The surly, combative and opinionated Appa (father), played by Paul Sun-Hyung Lee, is one of those characters born to charm audiences. Like Archie Bunker, he’s politically incorrect, but also very funny. For example, his anti-Japanese sentiments are so virulent, that he calls 911 because a Japanese car is parked in a no parking zone outside his store. I personally found Lee’s accent to be a trifle heavy. I know that’s one of the delights of the character, but I wanted to savour every word. Choi has built in repeats, as when other people don’t understand Appa, but I still missed a lot of his words. At any rate, Lee does a wonderful job in the role. His Appa is absolutely believable.
Esther Jun’s Janet, Kim’s daughter, and Jean Yoon’s Umma (mother) exist to be foils for Appa. Janet is a 30-year-old photographer and a graduate of OCAD, old enough to be reminded by Appa that her biological clocking is ticking, and Jun certainly gives a spirited performance. Umma is a more placid character, but her scene with her son, where they meet in secret, is quite affecting. Choi himself plays the son Jung. It’s an interesting character because in a high-achieving culture, he considers himself a failure. He works for a car rental agency while his boyhood friends have gone on to professional careers. Choi, an actor as well as a playwright, gives Jung a suitably resigned and defeated air.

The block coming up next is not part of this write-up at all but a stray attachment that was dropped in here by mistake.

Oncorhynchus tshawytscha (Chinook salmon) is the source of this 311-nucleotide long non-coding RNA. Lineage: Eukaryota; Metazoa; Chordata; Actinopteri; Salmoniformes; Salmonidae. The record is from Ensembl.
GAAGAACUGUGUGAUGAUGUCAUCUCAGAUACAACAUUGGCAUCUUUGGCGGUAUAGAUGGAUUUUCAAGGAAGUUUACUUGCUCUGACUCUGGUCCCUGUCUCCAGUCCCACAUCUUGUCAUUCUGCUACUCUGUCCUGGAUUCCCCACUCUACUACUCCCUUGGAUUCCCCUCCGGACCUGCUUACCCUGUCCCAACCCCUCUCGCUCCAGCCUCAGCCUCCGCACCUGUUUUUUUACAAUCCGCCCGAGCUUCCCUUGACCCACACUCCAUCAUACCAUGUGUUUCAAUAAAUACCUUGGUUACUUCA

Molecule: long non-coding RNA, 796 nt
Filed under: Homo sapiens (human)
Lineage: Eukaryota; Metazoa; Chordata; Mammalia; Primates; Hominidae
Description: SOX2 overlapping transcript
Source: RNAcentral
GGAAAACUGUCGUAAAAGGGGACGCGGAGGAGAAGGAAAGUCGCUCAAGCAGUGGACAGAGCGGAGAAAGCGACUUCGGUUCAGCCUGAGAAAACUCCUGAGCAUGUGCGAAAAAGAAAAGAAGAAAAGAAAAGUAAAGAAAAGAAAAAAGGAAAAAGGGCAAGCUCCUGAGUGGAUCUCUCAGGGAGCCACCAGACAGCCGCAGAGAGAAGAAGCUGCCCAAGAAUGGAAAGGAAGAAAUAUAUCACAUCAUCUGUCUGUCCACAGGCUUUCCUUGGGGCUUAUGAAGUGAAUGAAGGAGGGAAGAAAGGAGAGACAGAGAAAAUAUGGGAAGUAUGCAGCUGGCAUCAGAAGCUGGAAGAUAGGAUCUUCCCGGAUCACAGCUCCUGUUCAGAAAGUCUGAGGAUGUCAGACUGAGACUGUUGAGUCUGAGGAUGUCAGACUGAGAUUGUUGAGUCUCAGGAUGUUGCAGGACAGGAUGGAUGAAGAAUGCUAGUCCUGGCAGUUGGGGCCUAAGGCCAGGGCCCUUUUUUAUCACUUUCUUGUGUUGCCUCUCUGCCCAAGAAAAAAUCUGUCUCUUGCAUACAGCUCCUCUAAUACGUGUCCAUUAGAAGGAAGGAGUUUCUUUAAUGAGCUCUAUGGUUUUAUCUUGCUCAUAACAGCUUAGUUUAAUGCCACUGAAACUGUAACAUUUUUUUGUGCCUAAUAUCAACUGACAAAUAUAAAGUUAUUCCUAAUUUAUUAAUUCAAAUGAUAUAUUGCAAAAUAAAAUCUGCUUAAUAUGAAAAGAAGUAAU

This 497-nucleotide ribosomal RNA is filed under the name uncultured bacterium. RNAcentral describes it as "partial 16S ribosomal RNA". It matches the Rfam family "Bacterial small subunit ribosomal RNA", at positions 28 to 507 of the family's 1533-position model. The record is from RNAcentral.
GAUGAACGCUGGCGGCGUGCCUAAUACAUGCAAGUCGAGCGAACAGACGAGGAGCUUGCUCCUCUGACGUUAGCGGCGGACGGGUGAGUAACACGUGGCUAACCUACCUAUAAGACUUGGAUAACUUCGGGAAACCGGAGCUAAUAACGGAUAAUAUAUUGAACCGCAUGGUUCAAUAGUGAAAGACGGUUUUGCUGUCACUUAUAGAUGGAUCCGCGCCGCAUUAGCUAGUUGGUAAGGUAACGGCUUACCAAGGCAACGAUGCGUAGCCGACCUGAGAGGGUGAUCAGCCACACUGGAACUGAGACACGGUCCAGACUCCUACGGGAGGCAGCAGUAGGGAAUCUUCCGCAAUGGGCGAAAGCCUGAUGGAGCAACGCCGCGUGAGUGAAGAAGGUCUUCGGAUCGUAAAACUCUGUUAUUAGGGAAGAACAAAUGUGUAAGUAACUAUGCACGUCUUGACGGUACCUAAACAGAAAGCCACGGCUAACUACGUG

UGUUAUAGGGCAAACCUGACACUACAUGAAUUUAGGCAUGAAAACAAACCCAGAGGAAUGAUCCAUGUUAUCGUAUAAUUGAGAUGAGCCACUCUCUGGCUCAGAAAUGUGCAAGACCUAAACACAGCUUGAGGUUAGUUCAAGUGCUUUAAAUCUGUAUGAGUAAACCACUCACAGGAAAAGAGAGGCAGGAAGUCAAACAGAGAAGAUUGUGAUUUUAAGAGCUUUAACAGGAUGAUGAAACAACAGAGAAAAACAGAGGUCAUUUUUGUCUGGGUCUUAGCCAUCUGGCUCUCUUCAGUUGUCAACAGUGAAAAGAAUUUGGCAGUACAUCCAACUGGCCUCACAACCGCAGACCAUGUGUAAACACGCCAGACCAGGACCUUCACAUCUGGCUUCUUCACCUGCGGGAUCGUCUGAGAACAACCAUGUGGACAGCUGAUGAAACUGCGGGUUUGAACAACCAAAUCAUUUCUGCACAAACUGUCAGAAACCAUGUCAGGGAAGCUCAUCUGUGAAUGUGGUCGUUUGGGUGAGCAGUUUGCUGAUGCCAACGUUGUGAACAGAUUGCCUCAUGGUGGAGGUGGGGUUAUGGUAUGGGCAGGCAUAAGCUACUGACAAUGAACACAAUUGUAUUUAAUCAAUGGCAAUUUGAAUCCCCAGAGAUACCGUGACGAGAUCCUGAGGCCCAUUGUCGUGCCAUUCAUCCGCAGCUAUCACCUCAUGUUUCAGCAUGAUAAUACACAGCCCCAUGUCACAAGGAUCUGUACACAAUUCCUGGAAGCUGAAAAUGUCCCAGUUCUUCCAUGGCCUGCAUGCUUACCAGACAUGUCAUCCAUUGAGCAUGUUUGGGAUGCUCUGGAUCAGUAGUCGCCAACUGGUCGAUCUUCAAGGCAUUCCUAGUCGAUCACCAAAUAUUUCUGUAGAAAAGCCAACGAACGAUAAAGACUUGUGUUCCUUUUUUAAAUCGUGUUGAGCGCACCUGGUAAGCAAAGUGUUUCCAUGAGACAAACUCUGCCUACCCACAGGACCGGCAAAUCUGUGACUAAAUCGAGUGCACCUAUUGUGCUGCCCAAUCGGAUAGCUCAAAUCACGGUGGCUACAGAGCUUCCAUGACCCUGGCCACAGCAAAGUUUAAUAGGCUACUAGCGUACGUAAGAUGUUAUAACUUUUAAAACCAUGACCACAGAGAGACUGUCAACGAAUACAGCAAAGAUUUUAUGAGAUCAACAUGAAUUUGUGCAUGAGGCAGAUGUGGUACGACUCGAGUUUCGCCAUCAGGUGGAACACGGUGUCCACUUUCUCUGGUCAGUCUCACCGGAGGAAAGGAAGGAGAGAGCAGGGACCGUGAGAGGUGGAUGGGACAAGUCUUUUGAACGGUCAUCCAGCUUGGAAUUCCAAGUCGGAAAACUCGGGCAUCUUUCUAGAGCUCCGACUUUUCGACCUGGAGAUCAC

Clé Bennett has great fun performing the four black characters – two customers, a rich businessman, and the policeman. One of the single most funny moments in the show is the halting conversation between Bennett, with a heavy West Indian accent, and Appa, where communication is practically at a standstill.
You don’t have to be Korean to enjoy the show. Anyone who comes from an immigrant background can relate. The Kim family and its generational conflict could be Italian or Jewish. The strength of the play is its realistic recreation of a slice of Toronto life. This is a play about us.
Ins Choi’s Kim’s Convenience, starring Paul Sun-Hyung Lee, Esther Jun, Jean Yoon, Clé Bennett and Ins Choi, directed by Weyni Mengesha, Young Centre, Jan. 12 to Feb. 10, 2012, returning May 17 to Jun. 9, 2012